Grant Makers and Donors Call for Focus on Grassroots Giving in Wake of Likely Supreme Court Ruling on Abortion

A coalition of philanthropy groups has pledged to put more money behind grassroots efforts, particularly those led by women of color, to increase abortion access as the U.S. Supreme Court seems poised this month to reverse the landmark Roe v. Wade decision legalizing abortion.

This piece was originally published by the Chronicle of Philanthropy on 6/7/2022.

A coalition of philanthropy groups, including the Women’s Funding Network and the Ms. Foundation for Women, has pledged to put more money behind grassroots efforts, particularly those led by women of color, to increase abortion access as the U.S. Supreme Court seems poised this month to reverse the landmark Roe v. Wade decision legalizing abortion.

The drafters of the pledge did not aim to raise a specific amount of money or call upon signers to dedicate a certain amount in grant dollars to support access to abortion. Elizabeth Barajas-Román, president of the 120-member Women’s Funding Network, an international group of 120 donors and grant makers that supports gender equality and a leader of the pledge effort, says organizers want to put attention on how the money is distributed, not how much it totals.

In the past, grant makers have focused mainly on defending legal challenges to Roe v. Wade, which has protected the right to an abortion for nearly 50 years, Barajas-Roman says. As the court ponders overturning the decision, she says grant makers should focus more on providing grassroots groups that work to advance local policies and provide support for women who need abortions as well as money for related services likechild care for patients and transportation to abortion facilities in states where the practice is legal.

“This is really a call to set a new watermark for what funding in this arena looks like,” she says. “We’re failing right now because we didn’t listen to movement leadership who have been screaming into the wind about this type of nightmare scenario happening,” she says.

Elizabeth Barajas-Román, president and ceo of the Women’s Funding Network

A leaked draft opinion suggests that the Justices would strike down Roe v. Wade before the court term is scheduled to end on June 27.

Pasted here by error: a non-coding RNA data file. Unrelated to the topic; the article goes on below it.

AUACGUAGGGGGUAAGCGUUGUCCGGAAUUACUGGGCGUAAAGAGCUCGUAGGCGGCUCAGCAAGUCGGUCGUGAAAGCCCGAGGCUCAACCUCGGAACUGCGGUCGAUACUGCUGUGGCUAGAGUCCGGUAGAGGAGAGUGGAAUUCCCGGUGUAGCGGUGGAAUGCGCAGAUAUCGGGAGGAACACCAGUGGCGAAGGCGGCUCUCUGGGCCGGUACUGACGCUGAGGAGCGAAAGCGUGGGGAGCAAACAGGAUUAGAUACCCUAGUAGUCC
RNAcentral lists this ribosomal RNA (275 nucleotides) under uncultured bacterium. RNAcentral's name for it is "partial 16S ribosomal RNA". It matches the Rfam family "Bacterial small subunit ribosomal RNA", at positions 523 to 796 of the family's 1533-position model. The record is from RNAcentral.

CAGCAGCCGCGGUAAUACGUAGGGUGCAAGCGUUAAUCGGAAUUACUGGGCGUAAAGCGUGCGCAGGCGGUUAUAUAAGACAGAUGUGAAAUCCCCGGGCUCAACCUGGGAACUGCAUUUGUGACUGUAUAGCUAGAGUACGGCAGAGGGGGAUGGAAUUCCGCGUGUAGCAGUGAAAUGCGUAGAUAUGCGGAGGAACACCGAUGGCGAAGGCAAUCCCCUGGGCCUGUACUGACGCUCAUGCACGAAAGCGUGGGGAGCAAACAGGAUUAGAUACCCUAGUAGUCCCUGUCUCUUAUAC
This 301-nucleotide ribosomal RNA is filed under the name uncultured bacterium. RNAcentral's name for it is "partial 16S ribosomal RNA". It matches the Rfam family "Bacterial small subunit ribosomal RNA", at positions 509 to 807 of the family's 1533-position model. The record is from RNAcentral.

The pledge has been signed by more than 80 philanthropy organizations and individuals, including Barajas-Rojas’s network, Charles and Lynn Schusterman Family Philanthropies, the Ford Foundation, Funders for Reproductive Equity, the General Service Foundation Groundswell Fund, and the Ms. Foundation for Women. Other signers include ABFE, formerly known as the Association of Black Foundation Executives, the Funders for Justice, the Marguerite Casey Foundation, and the National Committee for Responsive Philanthropy. It lays out actions philanthropy can take as access to abortion is threatened by the pending court decision. Among them:

  • Give more and trust small groups to get the job done. National reproductive-rights organizations are likely to be “flooded” with donations, the pledge says. Grant makers should consider giving to smaller, less established groups, particularly those led by people of color.
  • Listen to leaders of movements that represent women, people of color, and others and pursue giving approaches that recognize that post-Roe, women of color will bear a disproportionate share of the burden as access to abortions are restricted in many states.
  • Focus on the ways race, sexuality, income level, and other issues intersect in making funding decisions about abortion and other rights.
  • Invest in a variety of strategies, including abortion services, litigation, and advocacy.
  • Make multi-year grants without restrictions to groups already working on helping women gain access to abortions.

The drafters of the pledge were influenced by the outpouring of philanthropic commitments that followed the 2020 murder of George Floyd by Minneapolis police officers. They took note, Barajas-Román said, of the fact that actual amount of money devoted to racial justice is likely much smaller in total than the amount grant makers, corporate foundations, and individuals have pledged publicly. For that reason, the drafters of the pledge focused on how grant dollars were distributed and who set priorities, rather than how much is committed.

From 2015 to 2019, foundations made grants totaling nearly $1.7 billion to nonprofits focused on reproductive rights, according to the National Committee for Responsive Philanthropy. About 21 percent was designated for advocacy and services, and less than 2 percent was designated for abortions and related services.

Since the draft decision on Roe was leaked, groups that advocate for legalized abortion and those that oppose it have reported an increase in donations.

More money is likely to flood in, says Pamela Shifman, president of the Democracy Alliance, a network of progressive donors. She said many of the group’s members are likely to give to prominent political and charitable organizations, such as Emily’s List, Naral Pro-Choice America, and Planned Parenthood. But, she said, many donors recognize that small grassroots nonprofits led by people of color, particularly in the South, are at the forefront of the fight.

“Those organizations have been sounding the alarm for years that this day is coming,” she says. “The response to that warning did not come fast enough. But now in philanthropy, our donors are mobilizing, are fired up, and are enthusiastic.”

Philanthropy Advocacy